May Precipitation for the Southern Plains and Rockies?
For the past few weeks we have spent a lot of time talking about the record cold and snow for many areas of the USA in March and especially April. For good reason, April was a record month in regards to cold and precipitation (especially snow) for many areas of the northern and central Rockies and many areas of plains and Midwest.
Record cold temperatures and snows last week made headlines from the east slopes of the Rockies to the Midwest and as far south as Arkansas where the heavies May snows since 1819 and the latest spring snow since 1903 fell over the past week!
Soil temperatures remain well below normal in many areas of the northern and western Corn Belt and planting remains well behind schedule in many areas.
However, we will now take a look at the prospect of some of the areas that have been missing a lot of the stormy weather that other folks have endured for the past couple of months, such as, the far southern plains, the southern Rockies and the Pacific Northwest. By and large those areas have been drier than normal and in some areas, severely dry (such as far west Texas and New Mexico).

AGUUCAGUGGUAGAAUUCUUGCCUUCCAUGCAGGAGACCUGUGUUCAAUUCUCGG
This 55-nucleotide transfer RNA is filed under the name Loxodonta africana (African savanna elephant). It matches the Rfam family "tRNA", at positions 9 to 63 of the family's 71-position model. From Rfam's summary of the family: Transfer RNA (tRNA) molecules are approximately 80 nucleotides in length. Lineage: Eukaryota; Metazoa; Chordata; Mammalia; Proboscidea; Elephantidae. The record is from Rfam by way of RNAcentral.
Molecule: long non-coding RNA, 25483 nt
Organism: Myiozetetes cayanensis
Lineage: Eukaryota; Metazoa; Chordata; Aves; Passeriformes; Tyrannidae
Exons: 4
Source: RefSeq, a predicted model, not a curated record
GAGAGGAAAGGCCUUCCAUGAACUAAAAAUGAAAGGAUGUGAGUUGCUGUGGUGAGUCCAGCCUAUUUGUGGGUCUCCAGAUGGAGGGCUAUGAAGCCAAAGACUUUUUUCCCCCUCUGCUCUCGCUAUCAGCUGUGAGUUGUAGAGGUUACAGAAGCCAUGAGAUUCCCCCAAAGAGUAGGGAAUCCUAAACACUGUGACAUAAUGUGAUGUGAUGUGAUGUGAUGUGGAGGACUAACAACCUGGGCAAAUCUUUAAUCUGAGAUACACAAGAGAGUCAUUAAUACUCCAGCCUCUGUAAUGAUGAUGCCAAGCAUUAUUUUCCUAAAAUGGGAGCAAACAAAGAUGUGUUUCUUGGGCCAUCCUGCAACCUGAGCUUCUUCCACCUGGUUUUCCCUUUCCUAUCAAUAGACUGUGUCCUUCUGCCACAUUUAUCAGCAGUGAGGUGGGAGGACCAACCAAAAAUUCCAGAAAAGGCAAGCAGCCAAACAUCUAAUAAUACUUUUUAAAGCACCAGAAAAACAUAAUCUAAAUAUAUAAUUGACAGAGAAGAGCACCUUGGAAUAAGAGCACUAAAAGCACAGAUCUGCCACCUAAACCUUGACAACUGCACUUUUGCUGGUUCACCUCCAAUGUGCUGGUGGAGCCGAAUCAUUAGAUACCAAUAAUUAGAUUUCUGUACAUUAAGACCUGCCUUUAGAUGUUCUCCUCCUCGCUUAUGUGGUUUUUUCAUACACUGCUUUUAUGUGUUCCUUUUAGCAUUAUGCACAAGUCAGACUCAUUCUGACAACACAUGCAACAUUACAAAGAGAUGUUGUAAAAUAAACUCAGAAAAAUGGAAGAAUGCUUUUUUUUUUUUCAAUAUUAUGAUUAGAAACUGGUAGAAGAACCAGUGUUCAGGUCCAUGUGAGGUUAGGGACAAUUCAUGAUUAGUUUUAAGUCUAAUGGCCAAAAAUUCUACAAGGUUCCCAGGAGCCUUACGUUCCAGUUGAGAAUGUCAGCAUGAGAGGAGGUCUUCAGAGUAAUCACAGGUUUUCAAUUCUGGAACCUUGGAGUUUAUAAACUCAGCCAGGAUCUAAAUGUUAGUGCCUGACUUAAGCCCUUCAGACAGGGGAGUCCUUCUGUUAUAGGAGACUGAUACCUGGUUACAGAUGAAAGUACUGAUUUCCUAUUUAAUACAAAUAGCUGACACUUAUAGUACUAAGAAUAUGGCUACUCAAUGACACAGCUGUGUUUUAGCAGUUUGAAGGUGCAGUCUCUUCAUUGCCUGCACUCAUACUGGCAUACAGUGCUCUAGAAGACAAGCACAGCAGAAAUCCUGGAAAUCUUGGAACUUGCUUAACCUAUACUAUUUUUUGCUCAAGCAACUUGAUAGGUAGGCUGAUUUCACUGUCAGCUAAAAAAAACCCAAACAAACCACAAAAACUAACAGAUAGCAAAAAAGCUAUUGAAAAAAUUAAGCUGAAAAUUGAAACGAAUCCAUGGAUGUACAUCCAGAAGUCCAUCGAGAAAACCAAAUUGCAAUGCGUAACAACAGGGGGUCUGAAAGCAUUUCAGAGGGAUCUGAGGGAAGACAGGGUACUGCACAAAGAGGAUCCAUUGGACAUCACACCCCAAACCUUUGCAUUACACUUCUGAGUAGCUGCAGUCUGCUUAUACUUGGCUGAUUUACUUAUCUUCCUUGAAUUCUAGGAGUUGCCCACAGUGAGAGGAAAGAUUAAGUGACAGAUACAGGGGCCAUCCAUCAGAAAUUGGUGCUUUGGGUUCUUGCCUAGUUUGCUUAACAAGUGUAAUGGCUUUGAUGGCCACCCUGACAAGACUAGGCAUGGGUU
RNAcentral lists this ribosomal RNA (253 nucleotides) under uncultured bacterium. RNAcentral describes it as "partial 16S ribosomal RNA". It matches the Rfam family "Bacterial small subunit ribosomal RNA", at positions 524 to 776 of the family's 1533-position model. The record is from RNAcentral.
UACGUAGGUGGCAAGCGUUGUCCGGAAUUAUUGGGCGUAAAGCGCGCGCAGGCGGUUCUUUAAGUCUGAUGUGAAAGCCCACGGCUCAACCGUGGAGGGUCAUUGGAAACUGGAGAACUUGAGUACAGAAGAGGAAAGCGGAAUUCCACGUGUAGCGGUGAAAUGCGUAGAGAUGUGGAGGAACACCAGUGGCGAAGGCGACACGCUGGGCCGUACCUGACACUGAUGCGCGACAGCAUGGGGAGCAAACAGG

For example, as of this writing, Albuquerque, New Mexico has only received 0.60” of precipitation since January 1 (1.52 inches below normal), Clayton, NM only 0.80”, 1.93” below normal and Roswell, NM 0.44”, 1.64” below normal. It is not much better in west Texas, Dalhart, TX only 0.86” since January 1 and 2.59” below normal. Salem, OR only 7.65” has fallen since January 1 and is 10.03” below normal for the year to date.
The good news for the above mentioned areas is that weather patterns developing this month may bring some relief from the dryness. We will see a more active storm track develop over the Pacific Northwest over the next two weeks. This will result in cool and wet weather potential for portions of Washington, Oregon, northern California and portions of Idaho. Also, there is some hope that badly needed rains may return to many areas of New Mexico and west Texas over the next two weeks, especially over northern and eastern New Mexico. Rain and thunderstorm activity may also increase over the rest of Texas and all of Oklahoma, Kansas and eastern Colorado.
Temperatures will still struggle in many areas to get to normal or above normal from the Rockies east as recent cold and snow will hamper a big warm up for a little longer in many areas. Normal or below normal temperatures will persist for another week for many areas from the plains to the Great Lakes and all the way to the east coast.